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Re: [Nbd] 3.12 BUG() on ext4, kernel crash on nbd-client when nbd server rebooting

On Sun 17-11-13 17:19:17, Alex Bligh wrote:
> On 17 Nov 2013, at 09:46, Wouter Verhelst wrote:
> >> 
> >> In order for nbd to seamlessly handle this situation, we'd have to do a
> >> reconnect in-kernel
> > 
> > This would be fairly complicated, since all the connection and
> > negotiation currently happens in userspace. I'm not sure I want to go
> > down that route.
> > 
> >> (or have a callout to userland to reconnect)
> > 
> > That sounds interesting, too. How would you do that?
> > 
> >> and
> >> then we'd have to retry any I/Os that may have failed in the meantime
> >> (or just let them fail, but that probably is not as useful).
> > 
> Would another option be as follows:
> 1. When persistency is required, a new persist flag is specified to
>    the kernel by the client.
> 2. On a connection failure, if the persist flag is set, don't
>    clear up and return with a specific error number. The fd is
>    still open (as still owned by the process), but (by assumption)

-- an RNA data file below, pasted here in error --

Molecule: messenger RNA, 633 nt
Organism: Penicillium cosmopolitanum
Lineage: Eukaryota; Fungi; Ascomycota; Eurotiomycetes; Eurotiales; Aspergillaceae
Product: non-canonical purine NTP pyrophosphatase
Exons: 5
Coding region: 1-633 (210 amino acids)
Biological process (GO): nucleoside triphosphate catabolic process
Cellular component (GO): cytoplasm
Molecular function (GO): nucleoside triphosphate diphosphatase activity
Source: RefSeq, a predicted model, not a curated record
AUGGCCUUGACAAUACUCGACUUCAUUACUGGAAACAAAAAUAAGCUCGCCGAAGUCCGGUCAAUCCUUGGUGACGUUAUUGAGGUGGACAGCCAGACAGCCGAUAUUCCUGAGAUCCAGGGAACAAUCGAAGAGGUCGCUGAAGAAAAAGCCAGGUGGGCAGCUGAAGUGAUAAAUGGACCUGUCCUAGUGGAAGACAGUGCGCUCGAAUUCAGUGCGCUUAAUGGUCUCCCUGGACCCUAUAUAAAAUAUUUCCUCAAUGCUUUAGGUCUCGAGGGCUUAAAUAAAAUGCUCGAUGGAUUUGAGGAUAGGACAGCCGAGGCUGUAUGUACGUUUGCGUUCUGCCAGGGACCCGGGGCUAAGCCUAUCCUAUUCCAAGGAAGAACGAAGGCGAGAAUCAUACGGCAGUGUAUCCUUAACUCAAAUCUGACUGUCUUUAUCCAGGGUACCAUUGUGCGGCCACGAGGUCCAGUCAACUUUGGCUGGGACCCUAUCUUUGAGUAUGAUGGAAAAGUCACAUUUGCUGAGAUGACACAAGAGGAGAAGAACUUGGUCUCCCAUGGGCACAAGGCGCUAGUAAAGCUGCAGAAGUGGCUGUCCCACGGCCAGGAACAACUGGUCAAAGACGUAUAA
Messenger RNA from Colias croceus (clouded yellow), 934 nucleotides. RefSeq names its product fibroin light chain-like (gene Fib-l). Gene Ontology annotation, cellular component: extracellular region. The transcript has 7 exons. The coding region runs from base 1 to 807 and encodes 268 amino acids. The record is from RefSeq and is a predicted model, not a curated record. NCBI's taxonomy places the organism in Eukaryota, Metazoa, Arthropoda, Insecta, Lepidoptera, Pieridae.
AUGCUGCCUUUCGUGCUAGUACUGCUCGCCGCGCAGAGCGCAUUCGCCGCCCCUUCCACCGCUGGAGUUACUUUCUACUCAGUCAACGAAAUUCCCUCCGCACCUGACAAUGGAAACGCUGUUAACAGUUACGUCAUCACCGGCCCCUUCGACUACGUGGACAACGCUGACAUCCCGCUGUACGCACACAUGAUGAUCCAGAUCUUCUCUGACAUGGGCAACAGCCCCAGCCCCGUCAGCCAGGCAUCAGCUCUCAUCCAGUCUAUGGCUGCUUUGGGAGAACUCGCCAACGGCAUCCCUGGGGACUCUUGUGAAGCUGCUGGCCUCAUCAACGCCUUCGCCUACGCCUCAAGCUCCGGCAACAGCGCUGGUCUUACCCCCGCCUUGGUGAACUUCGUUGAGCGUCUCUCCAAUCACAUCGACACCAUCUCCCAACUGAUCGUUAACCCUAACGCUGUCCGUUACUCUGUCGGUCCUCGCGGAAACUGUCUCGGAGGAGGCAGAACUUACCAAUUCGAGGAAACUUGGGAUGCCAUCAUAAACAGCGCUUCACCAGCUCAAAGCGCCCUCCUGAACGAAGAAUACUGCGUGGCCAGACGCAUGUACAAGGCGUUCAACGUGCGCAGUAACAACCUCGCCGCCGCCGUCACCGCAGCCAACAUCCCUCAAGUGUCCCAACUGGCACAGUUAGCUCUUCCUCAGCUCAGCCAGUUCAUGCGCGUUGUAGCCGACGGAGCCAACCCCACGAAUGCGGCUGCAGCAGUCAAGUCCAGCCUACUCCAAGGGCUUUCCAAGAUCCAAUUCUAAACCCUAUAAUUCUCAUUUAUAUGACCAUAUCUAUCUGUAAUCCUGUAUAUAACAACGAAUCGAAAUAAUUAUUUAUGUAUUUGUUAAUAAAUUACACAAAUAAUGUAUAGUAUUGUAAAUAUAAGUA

>    unusable.
> 3. In persist mode, The block device only gets torn down when
>    the fd closes / userland process terminates (whichever is
>    easier, detection method TBD). Until then all writes block.
> 4. A newer nbd client detects the errno in persist mode, opens another
>    fd, and calls the NBD_DOIT ioctl passing the old fd as an
>    additional parameter (or does a new ioctl first to associate
>    the new fd with the old fd). A new kernel then detects this,
>    closes the old fd, and 'takes over' the existing block device
>    with the new fd.
> On an old client, the kernel behaviour is thus unchanged. Similarly
> if persist is not required. If a new client in persist mode crashes
> after step (2), then the block device will still be torn down when
> the process exits.
  Just to make it clear, my only comment was that tearing blockdev down
with kill_bdev() is the wrong way to do it (at least from filesystem POV).
NBD should rather put bdev into a state where it returns EIO for anything
you try to do with it after a network failure.

If you want some kind of persistency over network failures, you can queue
IO and attempt a reconnect - that really heavily reminds me the situation
dm-multipath solves for traditional fiberchannel multipathing so it might
be easiest stack dm-multipath over NBD and hack around multipath daemon to
understand specific needs of NBD and instead of switching to a different
fiberchannel path it would try to reconnect the network connection. Adding
Hannes to CC, maybe he will know why that would be a bad idea :).

Jan Kara <jack@...1290...>

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